Tuesday, April 7, 2020

Stay At Home Festival: Films Fifty Two and Fifty Three: Nate Hood on The Brothers Rico [1957] and The Sniper [1952]

It’s both blessing and curse that Phil Karlson is remembered primarily for his 1973 cult classic Walking Tall (1973): a blessing because it’s one of the most striking revenge fantasies of the 70s; a curse because it’s largely wiped out our cultural memory of Karlson as one the unsung heroes of midcentury American genre filmmaking. He never reached the same level of renown as fellow B-movie titans Samuel Fuller or Henry Hathaway, but his films had a viciousness few could match, best demonstrated in the horrific kidnapping and murder sequence of an innocent black girl in The Phenix City Story (1955).

There’s violence and killing, too, in The Brothers Rico, but what physical carnage appears onscreen pales before the psychic damage forced upon its hero Eddie Rico (Richard Conte). Eddie is part of that grandest tradition of film noir protagonists: the good man with a bad past who’s helplessly drawn back into it. Several years after retiring as an accountant for a major crime syndicate, Eddie has established himself as a legitimate businessman with a thriving laundry company in Florida. He has a loving wife, a luxurious home, and plans to adopt a little boy. But then a phone call from an old associate drags him back into the world of organized crime, throwing him into a maelstrom of betrayal that will see him accidentally help destroy his two brothers.

But here’s what elevates Eddie’s story into the realm of high tragedy: the entire time he’s setting in motion the destruction of his loved ones he’s convinced that the syndicate and its avuncular leader Sid Kubik (Larry Gates) mean right by him. He ignores every well-meaning piece of advice from friends and family that he’s being manipulated, that Sid plans on betraying him so he can get to his brothers (both gangsters on the lam who may or may not have plans to squeal to the authorities). His sudden realization of his betrayal when he learns it’s too late to save them is downright Shakespearean, but it’s the Catholic sense of doom pervading the film’s atmosphere that makes it so distinctively Karlson’s. (There’s no way Martin Scorsese hasn’t seen and loved this movie what with its adoring portrayal of inner city Italians.)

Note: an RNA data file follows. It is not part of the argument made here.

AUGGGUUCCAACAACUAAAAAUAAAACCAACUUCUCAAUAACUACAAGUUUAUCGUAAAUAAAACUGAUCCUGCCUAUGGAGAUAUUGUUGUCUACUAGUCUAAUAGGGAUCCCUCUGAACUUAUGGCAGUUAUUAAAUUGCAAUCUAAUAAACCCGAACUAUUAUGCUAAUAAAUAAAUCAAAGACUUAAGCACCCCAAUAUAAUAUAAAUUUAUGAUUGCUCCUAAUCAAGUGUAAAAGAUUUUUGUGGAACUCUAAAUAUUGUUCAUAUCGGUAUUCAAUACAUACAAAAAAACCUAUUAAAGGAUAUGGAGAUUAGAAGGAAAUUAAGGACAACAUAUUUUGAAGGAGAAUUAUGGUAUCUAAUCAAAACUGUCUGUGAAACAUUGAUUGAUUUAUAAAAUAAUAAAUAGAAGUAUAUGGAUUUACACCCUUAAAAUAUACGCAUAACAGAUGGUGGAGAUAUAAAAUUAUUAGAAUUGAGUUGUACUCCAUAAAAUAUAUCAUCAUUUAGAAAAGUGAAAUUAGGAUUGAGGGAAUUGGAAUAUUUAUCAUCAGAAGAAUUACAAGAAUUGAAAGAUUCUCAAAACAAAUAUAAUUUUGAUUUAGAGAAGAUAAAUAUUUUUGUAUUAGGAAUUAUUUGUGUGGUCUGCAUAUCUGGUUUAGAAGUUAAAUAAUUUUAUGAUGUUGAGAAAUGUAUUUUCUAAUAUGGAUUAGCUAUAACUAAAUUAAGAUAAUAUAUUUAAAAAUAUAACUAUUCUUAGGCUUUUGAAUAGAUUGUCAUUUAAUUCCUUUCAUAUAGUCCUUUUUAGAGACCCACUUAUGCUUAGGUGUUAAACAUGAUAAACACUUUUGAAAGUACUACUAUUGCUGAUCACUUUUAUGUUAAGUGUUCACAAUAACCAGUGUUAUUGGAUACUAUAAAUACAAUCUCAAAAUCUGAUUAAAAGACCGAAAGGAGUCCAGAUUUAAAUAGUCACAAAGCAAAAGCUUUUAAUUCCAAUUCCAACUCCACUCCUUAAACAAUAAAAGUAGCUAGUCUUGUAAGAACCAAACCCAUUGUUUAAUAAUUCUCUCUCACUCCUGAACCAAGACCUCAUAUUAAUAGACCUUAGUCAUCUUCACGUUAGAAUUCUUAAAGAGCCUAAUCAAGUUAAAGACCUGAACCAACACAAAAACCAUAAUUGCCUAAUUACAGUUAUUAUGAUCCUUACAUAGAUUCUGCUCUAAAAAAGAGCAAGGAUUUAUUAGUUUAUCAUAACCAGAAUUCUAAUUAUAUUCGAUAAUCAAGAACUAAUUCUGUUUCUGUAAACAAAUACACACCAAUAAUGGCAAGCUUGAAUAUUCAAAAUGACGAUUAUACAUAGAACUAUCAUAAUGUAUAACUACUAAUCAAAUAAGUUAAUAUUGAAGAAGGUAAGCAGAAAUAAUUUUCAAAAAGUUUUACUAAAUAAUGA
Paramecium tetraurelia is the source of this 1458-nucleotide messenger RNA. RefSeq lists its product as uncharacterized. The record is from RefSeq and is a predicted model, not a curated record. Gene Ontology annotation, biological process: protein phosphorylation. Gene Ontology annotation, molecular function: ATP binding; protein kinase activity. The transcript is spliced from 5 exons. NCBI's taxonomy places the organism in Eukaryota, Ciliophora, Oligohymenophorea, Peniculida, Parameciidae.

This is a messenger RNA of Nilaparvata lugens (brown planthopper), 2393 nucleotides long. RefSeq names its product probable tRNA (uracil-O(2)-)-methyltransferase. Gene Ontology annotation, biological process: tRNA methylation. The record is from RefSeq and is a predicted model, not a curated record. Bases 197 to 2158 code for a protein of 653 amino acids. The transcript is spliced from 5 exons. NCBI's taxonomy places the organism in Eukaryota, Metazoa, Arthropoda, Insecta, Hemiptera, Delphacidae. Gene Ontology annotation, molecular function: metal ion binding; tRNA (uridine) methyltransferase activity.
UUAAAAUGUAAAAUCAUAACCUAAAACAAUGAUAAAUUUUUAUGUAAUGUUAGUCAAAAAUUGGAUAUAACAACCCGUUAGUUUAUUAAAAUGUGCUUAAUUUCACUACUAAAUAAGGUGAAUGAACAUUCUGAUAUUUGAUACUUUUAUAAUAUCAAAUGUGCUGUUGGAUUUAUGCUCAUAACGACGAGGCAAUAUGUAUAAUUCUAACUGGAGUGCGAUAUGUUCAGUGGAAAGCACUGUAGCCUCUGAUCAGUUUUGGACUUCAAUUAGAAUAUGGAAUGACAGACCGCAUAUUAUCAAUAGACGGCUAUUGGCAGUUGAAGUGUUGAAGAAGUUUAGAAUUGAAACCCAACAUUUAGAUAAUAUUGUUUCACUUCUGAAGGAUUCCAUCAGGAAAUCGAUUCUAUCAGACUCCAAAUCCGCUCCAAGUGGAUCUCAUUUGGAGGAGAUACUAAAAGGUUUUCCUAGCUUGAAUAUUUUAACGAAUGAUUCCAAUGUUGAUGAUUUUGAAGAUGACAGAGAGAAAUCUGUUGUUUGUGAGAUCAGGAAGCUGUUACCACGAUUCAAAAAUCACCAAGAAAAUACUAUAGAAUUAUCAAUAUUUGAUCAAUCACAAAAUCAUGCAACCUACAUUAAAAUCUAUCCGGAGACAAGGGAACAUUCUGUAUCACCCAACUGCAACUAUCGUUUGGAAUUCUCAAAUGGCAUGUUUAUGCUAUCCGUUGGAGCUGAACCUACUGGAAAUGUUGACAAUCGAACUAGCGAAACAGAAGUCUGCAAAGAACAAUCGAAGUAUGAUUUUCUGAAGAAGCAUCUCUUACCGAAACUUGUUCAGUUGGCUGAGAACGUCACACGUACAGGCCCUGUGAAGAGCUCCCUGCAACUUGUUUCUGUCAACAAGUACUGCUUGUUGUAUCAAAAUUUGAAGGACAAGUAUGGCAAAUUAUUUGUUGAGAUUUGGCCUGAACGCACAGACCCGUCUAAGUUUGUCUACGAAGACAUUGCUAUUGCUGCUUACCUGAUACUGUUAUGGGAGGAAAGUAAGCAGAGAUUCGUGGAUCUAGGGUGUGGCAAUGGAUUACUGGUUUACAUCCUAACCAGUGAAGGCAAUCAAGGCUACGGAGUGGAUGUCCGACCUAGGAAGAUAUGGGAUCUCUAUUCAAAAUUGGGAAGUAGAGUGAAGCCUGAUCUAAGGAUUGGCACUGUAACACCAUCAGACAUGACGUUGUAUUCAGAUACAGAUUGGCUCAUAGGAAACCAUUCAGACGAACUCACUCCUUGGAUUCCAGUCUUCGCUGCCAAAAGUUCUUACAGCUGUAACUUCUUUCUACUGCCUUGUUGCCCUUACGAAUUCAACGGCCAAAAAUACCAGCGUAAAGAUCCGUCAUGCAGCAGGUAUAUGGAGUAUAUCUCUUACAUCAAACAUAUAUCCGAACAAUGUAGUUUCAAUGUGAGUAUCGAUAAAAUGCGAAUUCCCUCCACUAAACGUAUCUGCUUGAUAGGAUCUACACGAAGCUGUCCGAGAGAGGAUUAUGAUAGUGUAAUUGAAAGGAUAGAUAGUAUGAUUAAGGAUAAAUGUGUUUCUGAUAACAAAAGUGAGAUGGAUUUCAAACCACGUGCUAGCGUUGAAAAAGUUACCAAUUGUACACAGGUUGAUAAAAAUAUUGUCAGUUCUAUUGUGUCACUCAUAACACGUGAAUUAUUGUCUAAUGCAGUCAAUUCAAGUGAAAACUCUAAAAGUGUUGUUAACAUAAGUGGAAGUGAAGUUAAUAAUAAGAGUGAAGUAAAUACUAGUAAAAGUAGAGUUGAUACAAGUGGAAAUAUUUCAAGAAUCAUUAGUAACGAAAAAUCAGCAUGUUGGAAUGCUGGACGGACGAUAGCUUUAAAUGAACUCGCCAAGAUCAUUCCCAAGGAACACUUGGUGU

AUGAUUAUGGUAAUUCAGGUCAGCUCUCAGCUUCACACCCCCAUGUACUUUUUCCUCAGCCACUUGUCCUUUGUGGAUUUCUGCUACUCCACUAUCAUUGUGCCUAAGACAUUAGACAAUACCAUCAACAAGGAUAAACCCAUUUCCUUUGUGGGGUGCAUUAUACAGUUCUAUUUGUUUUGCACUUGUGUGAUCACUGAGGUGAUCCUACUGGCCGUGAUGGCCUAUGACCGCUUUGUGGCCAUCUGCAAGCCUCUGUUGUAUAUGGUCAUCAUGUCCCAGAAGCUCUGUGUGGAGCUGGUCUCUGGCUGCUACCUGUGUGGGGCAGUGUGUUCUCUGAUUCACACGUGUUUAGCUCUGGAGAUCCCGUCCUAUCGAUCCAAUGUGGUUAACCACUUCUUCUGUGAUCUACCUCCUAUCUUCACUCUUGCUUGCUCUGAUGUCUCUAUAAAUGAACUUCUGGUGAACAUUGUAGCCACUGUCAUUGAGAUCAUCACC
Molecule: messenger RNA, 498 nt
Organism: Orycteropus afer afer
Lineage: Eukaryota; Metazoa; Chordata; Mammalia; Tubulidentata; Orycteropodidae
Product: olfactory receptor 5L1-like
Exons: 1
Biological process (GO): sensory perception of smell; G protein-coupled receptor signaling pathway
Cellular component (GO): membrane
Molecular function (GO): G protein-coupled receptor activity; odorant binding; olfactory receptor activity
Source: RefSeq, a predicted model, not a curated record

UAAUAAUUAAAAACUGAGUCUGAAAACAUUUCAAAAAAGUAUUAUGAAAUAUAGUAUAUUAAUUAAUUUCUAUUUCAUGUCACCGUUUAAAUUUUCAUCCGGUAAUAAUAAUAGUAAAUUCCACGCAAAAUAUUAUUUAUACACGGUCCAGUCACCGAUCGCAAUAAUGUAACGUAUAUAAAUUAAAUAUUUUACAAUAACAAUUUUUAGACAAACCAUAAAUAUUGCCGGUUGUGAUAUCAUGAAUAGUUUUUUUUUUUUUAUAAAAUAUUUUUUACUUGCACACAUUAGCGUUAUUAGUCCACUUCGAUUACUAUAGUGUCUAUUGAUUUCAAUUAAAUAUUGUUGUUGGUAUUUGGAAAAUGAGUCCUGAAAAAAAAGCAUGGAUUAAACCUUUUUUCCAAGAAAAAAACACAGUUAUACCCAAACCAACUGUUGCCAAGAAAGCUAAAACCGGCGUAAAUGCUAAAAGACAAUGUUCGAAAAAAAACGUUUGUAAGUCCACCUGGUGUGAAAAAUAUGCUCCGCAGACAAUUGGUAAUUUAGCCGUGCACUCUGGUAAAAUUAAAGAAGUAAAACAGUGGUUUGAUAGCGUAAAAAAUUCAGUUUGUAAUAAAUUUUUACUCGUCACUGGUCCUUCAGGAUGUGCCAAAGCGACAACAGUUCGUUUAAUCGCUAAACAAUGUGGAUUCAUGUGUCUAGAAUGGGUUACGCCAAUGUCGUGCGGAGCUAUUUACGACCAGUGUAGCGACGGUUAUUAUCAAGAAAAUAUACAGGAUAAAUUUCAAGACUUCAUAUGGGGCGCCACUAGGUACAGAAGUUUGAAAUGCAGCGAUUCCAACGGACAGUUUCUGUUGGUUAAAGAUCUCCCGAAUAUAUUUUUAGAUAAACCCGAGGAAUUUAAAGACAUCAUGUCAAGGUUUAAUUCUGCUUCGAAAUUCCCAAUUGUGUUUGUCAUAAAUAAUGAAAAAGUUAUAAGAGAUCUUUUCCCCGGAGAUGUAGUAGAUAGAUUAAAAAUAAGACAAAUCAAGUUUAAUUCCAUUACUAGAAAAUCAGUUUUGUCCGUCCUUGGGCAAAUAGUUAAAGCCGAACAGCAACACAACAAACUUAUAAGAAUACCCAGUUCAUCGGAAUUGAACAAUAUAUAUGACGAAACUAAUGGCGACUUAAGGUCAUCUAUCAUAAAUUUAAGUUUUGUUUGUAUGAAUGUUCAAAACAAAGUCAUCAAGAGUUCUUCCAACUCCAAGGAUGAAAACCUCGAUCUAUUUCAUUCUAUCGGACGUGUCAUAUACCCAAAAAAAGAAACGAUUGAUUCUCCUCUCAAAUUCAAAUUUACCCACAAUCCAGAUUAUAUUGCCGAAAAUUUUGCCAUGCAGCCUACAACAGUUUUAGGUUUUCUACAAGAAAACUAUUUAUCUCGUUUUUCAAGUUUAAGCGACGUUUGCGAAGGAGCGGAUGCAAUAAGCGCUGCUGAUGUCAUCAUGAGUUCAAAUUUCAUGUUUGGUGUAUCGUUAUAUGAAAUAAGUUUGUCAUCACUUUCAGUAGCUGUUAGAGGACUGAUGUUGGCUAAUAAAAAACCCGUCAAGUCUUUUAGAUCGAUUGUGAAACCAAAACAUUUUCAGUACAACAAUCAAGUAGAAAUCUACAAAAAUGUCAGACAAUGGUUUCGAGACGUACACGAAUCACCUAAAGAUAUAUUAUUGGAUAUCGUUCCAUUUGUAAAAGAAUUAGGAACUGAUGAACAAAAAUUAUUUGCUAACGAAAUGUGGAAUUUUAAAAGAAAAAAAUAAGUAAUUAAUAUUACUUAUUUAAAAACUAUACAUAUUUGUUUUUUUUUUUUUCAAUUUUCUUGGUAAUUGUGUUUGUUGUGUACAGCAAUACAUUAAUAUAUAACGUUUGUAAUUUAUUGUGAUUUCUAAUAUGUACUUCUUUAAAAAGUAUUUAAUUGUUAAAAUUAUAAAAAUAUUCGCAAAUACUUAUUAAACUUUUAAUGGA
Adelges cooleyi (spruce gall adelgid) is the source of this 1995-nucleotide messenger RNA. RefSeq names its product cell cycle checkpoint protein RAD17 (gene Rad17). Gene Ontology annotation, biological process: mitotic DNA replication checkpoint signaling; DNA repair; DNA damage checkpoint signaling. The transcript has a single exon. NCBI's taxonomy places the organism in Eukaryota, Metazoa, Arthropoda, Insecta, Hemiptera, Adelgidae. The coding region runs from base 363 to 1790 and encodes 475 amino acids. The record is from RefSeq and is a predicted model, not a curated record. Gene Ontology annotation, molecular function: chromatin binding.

In a world where everyone from cops to bank tellers are in on the take, the only sin is naivety. And Eddie has that in spades.

Stop me if you’ve heard this one. A disturbed young man with a violent hatred towards women seeks medical help for his psychosis. But he’s brushed aside by overworked, disinterested medical professionals, forced back onto the streets where his hatred festers. Soon he gets his hands on a gun—never mind how, the streets and shops are full of them. Losing himself to his illness he starts shooting women. First, it’s ones he feels sexually possessive of but can’t have, then ones he meets on the streets, then complete strangers.

If what I just described sounds like the profile of a modern mass shooter, it might surprise you to learn it’s actually a description of Eddie Miller (Arthur Franz), the central character of Edward Dmytryk’s underrated noir The Sniper. Without even trying, this nearly seventy year old film diagnoses in primitive pop-psychological terms a particularly virulent strain of toxic, murderous American masculinity that thrives even today.

In the film—a mixture of moody character study and dispassionate police procedural that intercuts Eddie’s descent into homicidal hysteria with the police investigation hunting him headed by police psychologist Lt. Frank Kafka (Adolphe Menjou)—Eddie is referred to as a “sexual predator,” not because he sexually assaults his victims but because his victims all share the same sex. In modern parlance, he’d probably be referred to as a serial killer since he’s psychologically disturbed, his victims all fit a profile, and he has a cooling off period between kills.

But it’s hard not to see reflections of deranged mass shooters, particularly Charles Whitman, the former U.S. Marine responsible for the 1966 University of Texas tower shooting who, like Eddie, was a reluctant killer compelled by some internal derangement to murder. (Both left notes for the authorities confessing that they literally couldn’t stop themselves from killing.)

But crucially, Dmytrky doesn’t sensationalize his material—the murder scenes are shocking, yes, but shot with a grim, objective detachment. Instead, he approaches it as a social problem/message film (probably due to the influence of producer Stanley Kramer) that contextualizes Eddie’s actions as the symptoms of an overworked, underfunded police force and general public ignorance about the motivations and backgrounds of criminals. In essence, the film is a plea for a stronger social safety net, improved gun control, and swift but humane imprisonment and treatment of the criminally ill.

If only we’d listened back then…

[Both films are now streaming on the Criterion Channel]

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